In response the the #IStandWithRayFisher hashtag on Twitter, Charisma Carpenter has come out with accusations of mistreatment and abuse by Joss Whedon during the filming of Buffy the Vampire Slayer. In the past she has been pressured to minimize the situation or even support Whedon, but it seems she’s done being quiet.
Reader warning: This article contains discussions of abuse and mistreatment in the context of what Charisma Carpenter endured. While this article itself isn’t graphic, links within describe the abuse in more detail.
On February 10, Charisma Carpenter, who played Cordelia Chase in both Buffy the Vampire Slayer and Angel, tweeted credible accusations of mistreatment and abuse by Joss Whedon. She writes that she “participated in WarnerMedia’s investigation of Justice League because [she believes] Ray [Fisher] to be a person of integrity and is telling the truth.”
She joins Ray Fisher in alleging misconduct, abuse, and creation of “hostile and toxic work environments” by the director. Standing with them are fellow Whedonverse alums Michelle Trachtenberg and Sarah Michelle Gellar, as well as stuntwoman and other cast and crew who worked with Whedon over the years.
Carpenter’s tweet includes a harrowing anecdote where Whedon, on being told she was expecting, asked her if she intended to “keep her pregnancy”. He also called her “fat” when she was four months pregnant, and he constantly threatened to fire her (and did soon after she gave birth to her son).
You can read Carpenter’s full Tweet embedded below:
— charisma carpenter (@AllCharisma) February 10, 2021
Now the various fandoms of the Whedonverse have to contend with a problem that is becoming all too common: what do we do when a creator is flawed but their creations have inspired us?
Make no mistake: both DC and the MCU will now have to decide if they are willing to stand behind a director and writer. Given the MCU’s treatment of James Gunn, it seems likely that Whedon will face consequences with either or both franchises, and possibly Hollywood at large. There should be consequences. Reckoning with abusive people in power not only should be done- it must be done.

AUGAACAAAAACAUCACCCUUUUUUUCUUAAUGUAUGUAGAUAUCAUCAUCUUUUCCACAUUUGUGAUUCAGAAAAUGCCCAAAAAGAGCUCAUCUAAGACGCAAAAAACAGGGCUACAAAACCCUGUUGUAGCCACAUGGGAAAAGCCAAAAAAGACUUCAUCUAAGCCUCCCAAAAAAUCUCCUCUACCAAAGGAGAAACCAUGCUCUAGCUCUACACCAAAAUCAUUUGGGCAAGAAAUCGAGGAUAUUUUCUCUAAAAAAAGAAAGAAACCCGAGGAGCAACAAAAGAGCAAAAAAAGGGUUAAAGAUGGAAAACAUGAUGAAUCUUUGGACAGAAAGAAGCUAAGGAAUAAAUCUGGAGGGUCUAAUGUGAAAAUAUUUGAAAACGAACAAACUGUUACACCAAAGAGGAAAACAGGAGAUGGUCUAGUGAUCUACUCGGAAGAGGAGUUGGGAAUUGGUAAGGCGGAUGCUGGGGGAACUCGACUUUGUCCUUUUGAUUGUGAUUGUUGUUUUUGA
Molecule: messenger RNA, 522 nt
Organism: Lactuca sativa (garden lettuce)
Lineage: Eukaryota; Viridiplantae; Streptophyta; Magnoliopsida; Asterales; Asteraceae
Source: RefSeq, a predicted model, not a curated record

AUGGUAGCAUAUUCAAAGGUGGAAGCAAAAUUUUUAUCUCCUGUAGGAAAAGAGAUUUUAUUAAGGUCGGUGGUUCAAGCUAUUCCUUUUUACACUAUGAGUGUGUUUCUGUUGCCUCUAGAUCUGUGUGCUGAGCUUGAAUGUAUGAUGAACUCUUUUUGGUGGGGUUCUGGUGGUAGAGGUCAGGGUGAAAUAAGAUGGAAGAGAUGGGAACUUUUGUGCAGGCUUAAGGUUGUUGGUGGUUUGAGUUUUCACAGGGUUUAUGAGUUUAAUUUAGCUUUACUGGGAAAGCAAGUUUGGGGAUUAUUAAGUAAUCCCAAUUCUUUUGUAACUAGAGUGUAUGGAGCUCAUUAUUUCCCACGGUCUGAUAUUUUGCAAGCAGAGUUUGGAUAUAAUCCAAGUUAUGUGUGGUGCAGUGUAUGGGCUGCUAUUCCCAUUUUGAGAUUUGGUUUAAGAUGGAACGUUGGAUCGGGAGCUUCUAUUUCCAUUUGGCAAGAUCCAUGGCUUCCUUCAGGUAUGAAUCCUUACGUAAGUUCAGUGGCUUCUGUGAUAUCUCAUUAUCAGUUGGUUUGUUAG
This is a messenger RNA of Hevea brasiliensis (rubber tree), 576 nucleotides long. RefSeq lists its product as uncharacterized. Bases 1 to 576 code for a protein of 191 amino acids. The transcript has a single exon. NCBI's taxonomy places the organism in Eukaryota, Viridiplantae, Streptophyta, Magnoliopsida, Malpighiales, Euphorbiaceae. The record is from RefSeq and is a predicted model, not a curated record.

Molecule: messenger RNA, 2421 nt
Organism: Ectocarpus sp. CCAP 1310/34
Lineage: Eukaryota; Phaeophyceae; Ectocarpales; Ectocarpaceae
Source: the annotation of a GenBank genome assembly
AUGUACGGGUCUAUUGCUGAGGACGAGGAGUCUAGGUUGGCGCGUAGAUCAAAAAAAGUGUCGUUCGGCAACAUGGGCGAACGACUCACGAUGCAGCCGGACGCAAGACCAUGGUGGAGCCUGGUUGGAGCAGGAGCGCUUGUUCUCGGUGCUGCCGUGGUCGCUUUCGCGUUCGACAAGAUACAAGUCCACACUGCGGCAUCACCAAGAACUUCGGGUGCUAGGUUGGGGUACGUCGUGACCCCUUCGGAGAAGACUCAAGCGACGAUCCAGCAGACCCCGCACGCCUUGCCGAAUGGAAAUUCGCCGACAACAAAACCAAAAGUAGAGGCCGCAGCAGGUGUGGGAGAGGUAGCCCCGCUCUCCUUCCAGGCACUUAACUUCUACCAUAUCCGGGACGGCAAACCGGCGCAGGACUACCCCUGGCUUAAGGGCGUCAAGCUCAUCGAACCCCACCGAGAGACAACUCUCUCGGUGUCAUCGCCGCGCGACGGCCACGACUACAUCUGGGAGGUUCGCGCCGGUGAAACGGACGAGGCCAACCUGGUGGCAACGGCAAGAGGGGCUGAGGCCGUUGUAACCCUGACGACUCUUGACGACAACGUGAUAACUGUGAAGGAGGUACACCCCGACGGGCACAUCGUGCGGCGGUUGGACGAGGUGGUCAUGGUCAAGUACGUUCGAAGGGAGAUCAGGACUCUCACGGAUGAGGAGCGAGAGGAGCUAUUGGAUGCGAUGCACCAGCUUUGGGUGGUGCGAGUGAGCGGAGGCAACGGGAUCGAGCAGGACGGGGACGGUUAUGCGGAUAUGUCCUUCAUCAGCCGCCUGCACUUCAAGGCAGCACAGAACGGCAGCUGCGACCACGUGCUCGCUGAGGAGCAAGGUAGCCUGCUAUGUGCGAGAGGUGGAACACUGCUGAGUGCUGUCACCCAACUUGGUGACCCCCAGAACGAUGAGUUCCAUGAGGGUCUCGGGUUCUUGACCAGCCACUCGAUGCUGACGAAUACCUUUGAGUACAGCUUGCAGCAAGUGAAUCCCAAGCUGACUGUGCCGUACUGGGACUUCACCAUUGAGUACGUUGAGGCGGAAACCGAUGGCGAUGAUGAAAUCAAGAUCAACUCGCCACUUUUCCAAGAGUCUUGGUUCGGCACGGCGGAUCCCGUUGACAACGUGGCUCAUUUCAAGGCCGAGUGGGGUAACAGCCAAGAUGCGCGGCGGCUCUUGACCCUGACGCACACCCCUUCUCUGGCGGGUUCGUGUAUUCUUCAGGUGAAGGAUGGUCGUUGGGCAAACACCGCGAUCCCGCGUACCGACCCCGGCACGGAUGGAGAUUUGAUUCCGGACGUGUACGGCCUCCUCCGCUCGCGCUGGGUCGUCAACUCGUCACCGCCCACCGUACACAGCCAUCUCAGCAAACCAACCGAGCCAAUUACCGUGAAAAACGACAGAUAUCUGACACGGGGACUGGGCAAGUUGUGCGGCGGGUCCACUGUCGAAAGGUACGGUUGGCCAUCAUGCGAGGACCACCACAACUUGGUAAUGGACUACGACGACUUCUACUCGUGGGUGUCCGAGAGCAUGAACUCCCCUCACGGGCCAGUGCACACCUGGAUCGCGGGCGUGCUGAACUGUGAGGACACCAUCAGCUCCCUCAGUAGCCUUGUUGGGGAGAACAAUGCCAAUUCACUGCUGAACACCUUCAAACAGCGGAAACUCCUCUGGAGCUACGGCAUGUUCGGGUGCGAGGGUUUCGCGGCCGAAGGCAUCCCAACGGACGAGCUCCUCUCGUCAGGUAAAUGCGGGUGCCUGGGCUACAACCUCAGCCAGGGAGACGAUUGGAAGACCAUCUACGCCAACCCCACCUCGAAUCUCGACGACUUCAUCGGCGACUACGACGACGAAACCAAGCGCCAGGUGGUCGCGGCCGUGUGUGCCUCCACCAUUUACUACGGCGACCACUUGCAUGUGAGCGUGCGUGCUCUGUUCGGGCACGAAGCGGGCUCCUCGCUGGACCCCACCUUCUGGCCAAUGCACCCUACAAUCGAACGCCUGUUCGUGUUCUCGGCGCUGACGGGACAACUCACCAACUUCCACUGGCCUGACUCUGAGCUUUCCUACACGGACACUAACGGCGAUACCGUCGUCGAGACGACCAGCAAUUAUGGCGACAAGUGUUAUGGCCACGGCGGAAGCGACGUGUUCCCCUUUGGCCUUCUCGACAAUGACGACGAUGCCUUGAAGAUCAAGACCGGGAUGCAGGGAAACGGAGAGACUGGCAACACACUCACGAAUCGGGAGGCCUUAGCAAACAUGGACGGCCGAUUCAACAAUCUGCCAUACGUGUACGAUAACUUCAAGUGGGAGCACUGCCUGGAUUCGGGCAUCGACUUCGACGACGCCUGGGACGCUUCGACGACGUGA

But what are we to do with the existing Whedonverse? The people who grew up with Buffy as a Strong Female Character or watched Hoban Washburne soar like a leaf on the wind- are they to forget the formative heroes of their childhoods and teen years? Are they never to play “Once More, With Feeling” at full volume in their car? Can they never again sing along with Dr. Horrible about changing the world with a freeze ray?
Another fandom has been contending with a similar issue: the Potterverse has had to come to grips with J.K. Rowling’s inexcusable TERFitude. While a whole range of responses are expected and valid, a consensus was found on Twitter: cancel J.K. Rowling, not Harry Potter. This consensus has been joined by Daniel Radcliffe, Rupert Grint, Emma Watson, and other stars of the franchise. #RIPJKRowling.
This gets to the heart of an argument that has been going on in literary debates for decades: can we separate an author from his work? Can we find value and meaning beyond the author’s own personal views or original intent? Despite Hemingway’s deep misogyny, can we find Brett a feminist character, or The Sun Also Rises a feminist work?
The short answer is yes. Meaning in a work of fiction is intensely personal, and the messages in Harry Potter about inclusion and acceptance are no less valid because the author spewed vile, intolerant garbage elsewhere.
Similarly, the themes in Whedon’s past work about female empowerment, acceptance, friendship, love, growth, and fighting the patriarchy are valid as well, no matter what abusive behavior he displayed to his actors, his stuntpeople, and doubtless his crews over the years.
Some people will not be able to separate a work from its author, and will never watch a show or movie by Whedon ever again. This, and I cannot stress this enough, is a valid response that needs no explanation or qualification. Others have found a way through depression, inspiration, or comfort in a Whedon work, and will feel torn about returning to the familiar characters and stories that helped them. Seeking that comfort and nostalgia is also valid, and is also ok.
Ultimately, the question we have to ask now is: how do we support Whedon’s victims? We know that Whedon is unlikely (now extremely unlikely) to return for the Firefly reboot on Disney+; but what about Ray Fisher and Charisma Carpenter and the countless others who were affected by Whedon’s actions?
The first step is: believe them. I do. #RIPWhedon
Author: K. P. Wilson
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